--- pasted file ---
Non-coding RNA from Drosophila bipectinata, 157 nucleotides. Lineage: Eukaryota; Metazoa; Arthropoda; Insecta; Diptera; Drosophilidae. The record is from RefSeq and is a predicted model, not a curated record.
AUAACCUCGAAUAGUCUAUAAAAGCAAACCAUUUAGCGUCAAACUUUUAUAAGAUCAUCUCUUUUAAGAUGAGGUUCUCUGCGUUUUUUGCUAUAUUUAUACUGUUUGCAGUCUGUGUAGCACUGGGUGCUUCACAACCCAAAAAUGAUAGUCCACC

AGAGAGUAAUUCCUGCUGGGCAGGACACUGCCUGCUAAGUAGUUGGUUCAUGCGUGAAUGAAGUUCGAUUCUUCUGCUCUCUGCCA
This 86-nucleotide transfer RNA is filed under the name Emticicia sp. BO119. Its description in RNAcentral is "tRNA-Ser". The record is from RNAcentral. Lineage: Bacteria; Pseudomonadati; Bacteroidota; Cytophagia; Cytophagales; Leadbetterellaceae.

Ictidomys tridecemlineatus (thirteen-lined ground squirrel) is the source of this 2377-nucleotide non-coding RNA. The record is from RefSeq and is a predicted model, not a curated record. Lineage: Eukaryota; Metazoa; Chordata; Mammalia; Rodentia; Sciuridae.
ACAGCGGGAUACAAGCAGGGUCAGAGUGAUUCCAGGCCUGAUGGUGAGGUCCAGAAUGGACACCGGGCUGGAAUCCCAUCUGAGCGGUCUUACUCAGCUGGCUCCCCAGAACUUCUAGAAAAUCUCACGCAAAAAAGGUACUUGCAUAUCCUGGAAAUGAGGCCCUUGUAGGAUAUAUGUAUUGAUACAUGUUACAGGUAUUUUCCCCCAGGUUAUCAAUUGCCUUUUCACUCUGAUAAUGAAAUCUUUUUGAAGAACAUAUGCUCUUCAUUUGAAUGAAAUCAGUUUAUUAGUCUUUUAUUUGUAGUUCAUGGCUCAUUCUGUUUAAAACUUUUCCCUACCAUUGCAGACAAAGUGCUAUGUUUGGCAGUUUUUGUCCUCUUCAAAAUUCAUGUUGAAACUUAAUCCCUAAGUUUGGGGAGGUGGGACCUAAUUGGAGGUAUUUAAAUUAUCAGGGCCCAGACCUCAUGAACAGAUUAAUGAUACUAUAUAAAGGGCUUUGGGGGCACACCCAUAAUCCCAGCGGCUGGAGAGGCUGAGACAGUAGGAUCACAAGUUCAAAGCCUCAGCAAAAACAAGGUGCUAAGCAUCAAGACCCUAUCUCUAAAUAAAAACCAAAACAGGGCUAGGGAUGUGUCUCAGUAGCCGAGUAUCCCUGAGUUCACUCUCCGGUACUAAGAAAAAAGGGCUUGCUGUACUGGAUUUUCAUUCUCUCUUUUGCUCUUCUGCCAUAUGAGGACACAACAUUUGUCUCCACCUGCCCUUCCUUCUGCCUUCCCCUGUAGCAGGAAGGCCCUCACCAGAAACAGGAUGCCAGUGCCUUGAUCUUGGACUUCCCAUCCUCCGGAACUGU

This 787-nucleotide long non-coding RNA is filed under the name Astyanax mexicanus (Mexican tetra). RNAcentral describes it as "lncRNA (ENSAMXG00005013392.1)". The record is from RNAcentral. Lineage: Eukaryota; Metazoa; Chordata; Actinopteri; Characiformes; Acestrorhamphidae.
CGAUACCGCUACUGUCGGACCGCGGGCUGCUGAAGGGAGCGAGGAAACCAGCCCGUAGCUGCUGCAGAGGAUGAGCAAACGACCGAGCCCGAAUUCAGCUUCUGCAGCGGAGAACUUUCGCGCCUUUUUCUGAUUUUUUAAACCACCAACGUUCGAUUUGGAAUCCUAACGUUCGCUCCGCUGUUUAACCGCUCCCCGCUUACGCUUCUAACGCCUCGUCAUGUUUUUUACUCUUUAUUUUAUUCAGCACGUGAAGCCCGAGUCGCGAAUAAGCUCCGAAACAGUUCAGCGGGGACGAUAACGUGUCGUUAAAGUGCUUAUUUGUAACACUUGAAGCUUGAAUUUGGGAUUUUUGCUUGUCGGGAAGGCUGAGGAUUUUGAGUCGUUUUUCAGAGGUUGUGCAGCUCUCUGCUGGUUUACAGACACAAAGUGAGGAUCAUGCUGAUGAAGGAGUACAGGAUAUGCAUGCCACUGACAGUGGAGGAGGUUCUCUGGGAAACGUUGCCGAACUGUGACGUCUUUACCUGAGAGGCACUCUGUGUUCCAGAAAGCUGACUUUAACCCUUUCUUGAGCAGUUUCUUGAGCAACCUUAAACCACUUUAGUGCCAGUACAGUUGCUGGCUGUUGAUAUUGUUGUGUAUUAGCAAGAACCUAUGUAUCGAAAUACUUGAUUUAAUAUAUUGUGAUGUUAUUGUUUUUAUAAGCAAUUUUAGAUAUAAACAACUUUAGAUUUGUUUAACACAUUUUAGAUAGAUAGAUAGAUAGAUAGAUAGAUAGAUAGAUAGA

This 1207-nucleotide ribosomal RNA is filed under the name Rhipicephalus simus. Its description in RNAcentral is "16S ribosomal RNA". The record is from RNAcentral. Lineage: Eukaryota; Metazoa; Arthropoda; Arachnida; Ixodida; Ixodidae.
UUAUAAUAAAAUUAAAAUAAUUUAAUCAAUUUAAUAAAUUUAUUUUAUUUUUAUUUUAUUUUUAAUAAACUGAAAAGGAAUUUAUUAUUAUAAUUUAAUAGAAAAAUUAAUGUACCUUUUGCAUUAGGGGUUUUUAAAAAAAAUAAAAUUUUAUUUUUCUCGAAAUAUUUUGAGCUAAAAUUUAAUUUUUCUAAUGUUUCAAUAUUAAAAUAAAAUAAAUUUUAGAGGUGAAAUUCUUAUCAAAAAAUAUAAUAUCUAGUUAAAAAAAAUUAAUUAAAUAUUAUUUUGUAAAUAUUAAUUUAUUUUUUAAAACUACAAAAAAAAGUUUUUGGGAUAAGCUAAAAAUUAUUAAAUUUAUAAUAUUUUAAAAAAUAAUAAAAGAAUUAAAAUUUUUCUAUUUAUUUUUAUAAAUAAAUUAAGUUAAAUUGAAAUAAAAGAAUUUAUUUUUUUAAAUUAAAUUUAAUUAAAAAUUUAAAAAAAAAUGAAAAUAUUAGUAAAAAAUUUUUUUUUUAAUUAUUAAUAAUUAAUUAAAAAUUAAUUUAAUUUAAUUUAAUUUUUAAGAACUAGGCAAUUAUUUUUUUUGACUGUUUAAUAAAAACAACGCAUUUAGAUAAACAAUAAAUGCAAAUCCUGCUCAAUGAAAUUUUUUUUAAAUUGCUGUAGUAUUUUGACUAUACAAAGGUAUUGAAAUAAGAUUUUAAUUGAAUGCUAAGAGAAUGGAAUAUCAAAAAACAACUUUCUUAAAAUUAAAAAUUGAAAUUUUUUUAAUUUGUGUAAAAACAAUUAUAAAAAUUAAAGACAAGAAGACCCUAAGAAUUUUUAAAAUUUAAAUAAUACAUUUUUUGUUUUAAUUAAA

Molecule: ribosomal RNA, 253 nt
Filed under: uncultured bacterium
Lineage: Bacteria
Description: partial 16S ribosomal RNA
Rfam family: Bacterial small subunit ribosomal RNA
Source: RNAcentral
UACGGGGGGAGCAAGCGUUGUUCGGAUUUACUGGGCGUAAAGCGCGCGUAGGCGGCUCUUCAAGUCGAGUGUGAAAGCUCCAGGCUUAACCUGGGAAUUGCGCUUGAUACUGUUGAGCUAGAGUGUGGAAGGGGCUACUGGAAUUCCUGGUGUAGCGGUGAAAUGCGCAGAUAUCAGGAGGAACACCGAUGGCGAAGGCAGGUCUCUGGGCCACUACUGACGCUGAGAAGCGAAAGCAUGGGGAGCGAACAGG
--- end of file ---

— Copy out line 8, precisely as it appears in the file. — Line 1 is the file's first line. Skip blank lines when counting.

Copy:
CGAUACCGCUACUGUCGGACCGCGGGCUGCUGAAGGGAGCGAGGAAACCAGCCCGUAGCUGCUGCAGAGGAUGAGCAAACGACCGAGCCCGAAUUCAGCUUCUGCAGCGGAGAACUUUCGCGCCUUUUUCUGAUUUUUUAAACCACCAACGUUCGAUUUGGAAUCCUAACGUUCGCUCCGCUGUUUAACCGCUCCCCGCUUACGCUUCUAACGCCUCGUCAUGUUUUUUACUCUUUAUUUUAUUCAGCACGUGAAGCCCGAGUCGCGAAUAAGCUCCGAAACAGUUCAGCGGGGACGAUAACGUGUCGUUAAAGUGCUUAUUUGUAACACUUGAAGCUUGAAUUUGGGAUUUUUGCUUGUCGGGAAGGCUGAGGAUUUUGAGUCGUUUUUCAGAGGUUGUGCAGCUCUCUGCUGGUUUACAGACACAAAGUGAGGAUCAUGCUGAUGAAGGAGUACAGGAUAUGCAUGCCACUGACAGUGGAGGAGGUUCUCUGGGAAACGUUGCCGAACUGUGACGUCUUUACCUGAGAGGCACUCUGUGUUCCAGAAAGCUGACUUUAACCCUUUCUUGAGCAGUUUCUUGAGCAACCUUAAACCACUUUAGUGCCAGUACAGUUGCUGGCUGUUGAUAUUGUUGUGUAUUAGCAAGAACCUAUGUAUCGAAAUACUUGAUUUAAUAUAUUGUGAUGUUAUUGUUUUUAUAAGCAAUUUUAGAUAUAAACAACUUUAGAUUUGUUUAACACAUUUUAGAUAGAUAGAUAGAUAGAUAGAUAGAUAGAUAGAUAGA